MRI Technology Revolutionizes Malaria Diagnosis and Insights into Brain Impact

Malaria diagnosis has remained largely unchanged for decades, but a team of researchers from the Singapore-MIT Alliance for Research and Technology (SMART) is transforming the game. They’ve harnessed Magnetic Resonance Relaxometry (MRR), akin to MRI, to detect a crucial waste product in the blood of malaria-infected individuals. This revolutionary approach promises a more reliable diagnosis with minimal room for human error.

MRI and MRR Scans

MRI (Magnetic Resonance Imaging) and MRR (Magnetic Resonance Relaxometry) scans are related imaging techniques that share some common principles but have distinct differences:


MRI: MRI is a versatile imaging technique primarily used to visualize the internal structures of the body, including organs, tissues, and the brain. It provides detailed anatomical images and is commonly used for diagnosing a wide range of medical conditions.

MRR: MRR, on the other hand, is a specialized application of MRI technology with a specific focus on detecting and quantifying specific molecular components or biomarkers within the body. It is used for highly targeted diagnostic purposes, often related to specific diseases or conditions.

Detection Method:

MRI: MRI primarily relies on the detection of hydrogen protons in water and fat molecules in the body. It captures the response of these protons to a strong magnetic field and radiofrequency pulses to create detailed anatomical images.

MRR: MRR, similar to MRI, uses magnetic resonance principles but focuses on the relaxation times of specific molecules. It measures the time it takes for the magnetic spins of targeted molecules to return to their normal state after being perturbed by radiofrequency pulses.

Information Obtained:

MRI: MRI provides detailed structural information, allowing clinicians to visualize organs, tissues, and abnormalities like tumors, injuries, or inflammation.

MRR: MRR provides information about the concentration and characteristics of specific molecules or biomarkers in the body. It can be used to detect and quantify substances related to certain diseases or conditions, making it highly specific for diagnostic purposes.


MRI technician assisting a patient laying down in an MRI scanner

MRI: MRI is widely used in various medical fields, including neurology, cardiology, oncology, and musculoskeletal imaging. It helps diagnose and monitor a broad spectrum of health issues.

MRR: MRR has specialized applications, such as detecting parasitic waste products in malaria-infected blood or quantifying specific molecules associated with particular diseases. It is not as commonly employed as standard MRI.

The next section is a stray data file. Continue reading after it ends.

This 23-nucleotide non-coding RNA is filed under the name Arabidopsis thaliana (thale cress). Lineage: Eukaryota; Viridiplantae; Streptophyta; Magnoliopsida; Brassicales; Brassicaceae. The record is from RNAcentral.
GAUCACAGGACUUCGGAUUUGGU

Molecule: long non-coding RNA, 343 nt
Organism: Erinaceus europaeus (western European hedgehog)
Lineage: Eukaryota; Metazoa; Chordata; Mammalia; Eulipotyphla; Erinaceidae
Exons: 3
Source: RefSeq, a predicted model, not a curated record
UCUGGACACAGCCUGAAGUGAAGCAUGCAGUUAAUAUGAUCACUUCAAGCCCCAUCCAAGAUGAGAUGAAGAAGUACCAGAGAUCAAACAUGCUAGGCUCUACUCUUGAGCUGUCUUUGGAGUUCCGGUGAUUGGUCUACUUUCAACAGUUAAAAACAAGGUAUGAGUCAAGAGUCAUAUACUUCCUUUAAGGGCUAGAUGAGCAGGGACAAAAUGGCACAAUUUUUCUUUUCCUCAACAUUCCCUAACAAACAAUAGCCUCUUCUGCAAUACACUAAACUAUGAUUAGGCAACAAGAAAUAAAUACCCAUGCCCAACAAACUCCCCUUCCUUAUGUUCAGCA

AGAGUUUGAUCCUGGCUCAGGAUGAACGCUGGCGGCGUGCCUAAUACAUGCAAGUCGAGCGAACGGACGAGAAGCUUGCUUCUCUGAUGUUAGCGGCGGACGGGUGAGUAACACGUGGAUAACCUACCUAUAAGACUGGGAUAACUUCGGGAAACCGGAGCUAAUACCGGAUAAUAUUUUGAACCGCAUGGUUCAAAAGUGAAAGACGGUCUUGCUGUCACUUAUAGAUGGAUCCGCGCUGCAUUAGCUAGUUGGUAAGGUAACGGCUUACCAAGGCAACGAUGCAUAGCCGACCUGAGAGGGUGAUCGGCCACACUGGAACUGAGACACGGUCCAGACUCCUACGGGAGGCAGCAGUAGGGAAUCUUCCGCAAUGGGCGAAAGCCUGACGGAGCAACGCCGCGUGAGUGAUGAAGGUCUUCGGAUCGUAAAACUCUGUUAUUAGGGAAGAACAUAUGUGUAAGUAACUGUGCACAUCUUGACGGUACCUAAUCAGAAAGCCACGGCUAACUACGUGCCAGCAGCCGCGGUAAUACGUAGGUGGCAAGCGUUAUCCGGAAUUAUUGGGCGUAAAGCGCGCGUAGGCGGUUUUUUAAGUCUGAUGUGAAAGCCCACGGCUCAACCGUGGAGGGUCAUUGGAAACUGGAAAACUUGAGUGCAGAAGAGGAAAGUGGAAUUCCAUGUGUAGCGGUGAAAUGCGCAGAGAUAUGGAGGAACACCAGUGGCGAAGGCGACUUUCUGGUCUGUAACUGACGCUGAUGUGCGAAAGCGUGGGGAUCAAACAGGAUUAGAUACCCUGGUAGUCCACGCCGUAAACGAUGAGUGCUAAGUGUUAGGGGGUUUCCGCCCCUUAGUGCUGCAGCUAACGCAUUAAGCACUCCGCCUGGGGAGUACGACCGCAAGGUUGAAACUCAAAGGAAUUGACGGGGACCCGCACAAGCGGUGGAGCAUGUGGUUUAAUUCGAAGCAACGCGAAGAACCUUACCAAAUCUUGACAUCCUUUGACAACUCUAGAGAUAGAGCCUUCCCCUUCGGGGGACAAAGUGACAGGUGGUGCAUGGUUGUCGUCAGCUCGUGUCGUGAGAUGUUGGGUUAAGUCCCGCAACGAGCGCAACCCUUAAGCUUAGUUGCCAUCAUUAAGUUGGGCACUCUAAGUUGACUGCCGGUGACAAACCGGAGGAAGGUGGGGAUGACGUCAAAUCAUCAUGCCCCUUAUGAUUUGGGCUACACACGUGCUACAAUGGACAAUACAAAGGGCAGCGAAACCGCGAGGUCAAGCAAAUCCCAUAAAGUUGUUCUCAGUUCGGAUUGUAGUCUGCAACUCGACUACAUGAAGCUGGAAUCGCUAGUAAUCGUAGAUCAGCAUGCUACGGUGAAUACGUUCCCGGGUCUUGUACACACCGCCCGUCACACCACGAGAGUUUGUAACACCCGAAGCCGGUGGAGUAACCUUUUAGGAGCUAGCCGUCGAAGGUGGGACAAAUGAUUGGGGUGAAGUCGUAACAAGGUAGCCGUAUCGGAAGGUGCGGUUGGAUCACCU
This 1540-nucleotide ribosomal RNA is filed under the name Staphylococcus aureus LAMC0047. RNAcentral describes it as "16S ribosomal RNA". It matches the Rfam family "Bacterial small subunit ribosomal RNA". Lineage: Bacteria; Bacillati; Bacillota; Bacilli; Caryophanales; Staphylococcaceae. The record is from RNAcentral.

Early Malaria Detection and Enhanced Accuracy

The SMART system’s core feature lies in its capability to identify hemozoin, a byproduct generated by malaria parasites. These parasites invade red blood cells and consume hemoglobin, leading to the formation of hemozoin crystals at all stages of malaria infection. This breakthrough technique outperforms traditional methods in sensitivity, accuracy, and efficiency, requiring only a small blood sample. What’s truly remarkable is its simplicity—no special labels or dyes are necessary, thanks to a naturally occurring biomarker.

MRI Sheds Light on Brain Responses to Malaria

Recent research utilizing MRI technology has uncovered intriguing insights into how malaria impacts the brain. A study focused on returning travelers with non-cerebral malaria detected MRI abnormalities, including clinically silent splenial lesions with occasional diffusion restriction. These lesions, previously observed in children with cerebral malaria and uncomplicated endemic malaria, hint at a broader connection to disease severity.

Early Detection for Better Outcomes

While a direct correlation between parasitaemia levels and splenial lesions was not established, these MRI abnormalities may hold promise as prognostic indicators. Detecting these brain imaging findings early could help predict the development of complicated or cerebral malaria. However, further research with a larger sample size and follow-up is essential to solidify this hypothesis.

A Glimpse into Brain Microbleeds in Malaria Patients

The study also employed susceptibility-weighted imaging (SWI) to identify brain microhaemorrhages in returning travelers with non-cerebral malaria. In contrast to prior research in children with cerebral malaria, this study found a low frequency of microhaemorrhages, potentially aligning with the general population’s expectations. Surprisingly, these microhaemorrhages did not show any correlation with parasitaemia levels or clinical symptoms.

White Matter Abnormalities – A Microvascular Mystery

Most patients in the study displayed T2-hyperintense foci of white matter signal abnormalities, suggesting a microvascular origin. Although these abnormalities did not correlate with parasitaemia levels, their link to malarial infection remains uncertain. Further research is needed to unravel the connection between these brain signal changes and malaria.

Unlocking the Potential of MRI in Malaria Diagnosis and Research

MRI technology is not only transforming malaria diagnosis but also offering valuable insights into its impact on the brain. The SMART system’s potential to provide a more reliable and accessible diagnostic method holds great promise for enhancing malaria management globally. As research progresses, we anticipate that MRI technology and MRI Technologists will continue to play a vital role in our fight against this deadly disease.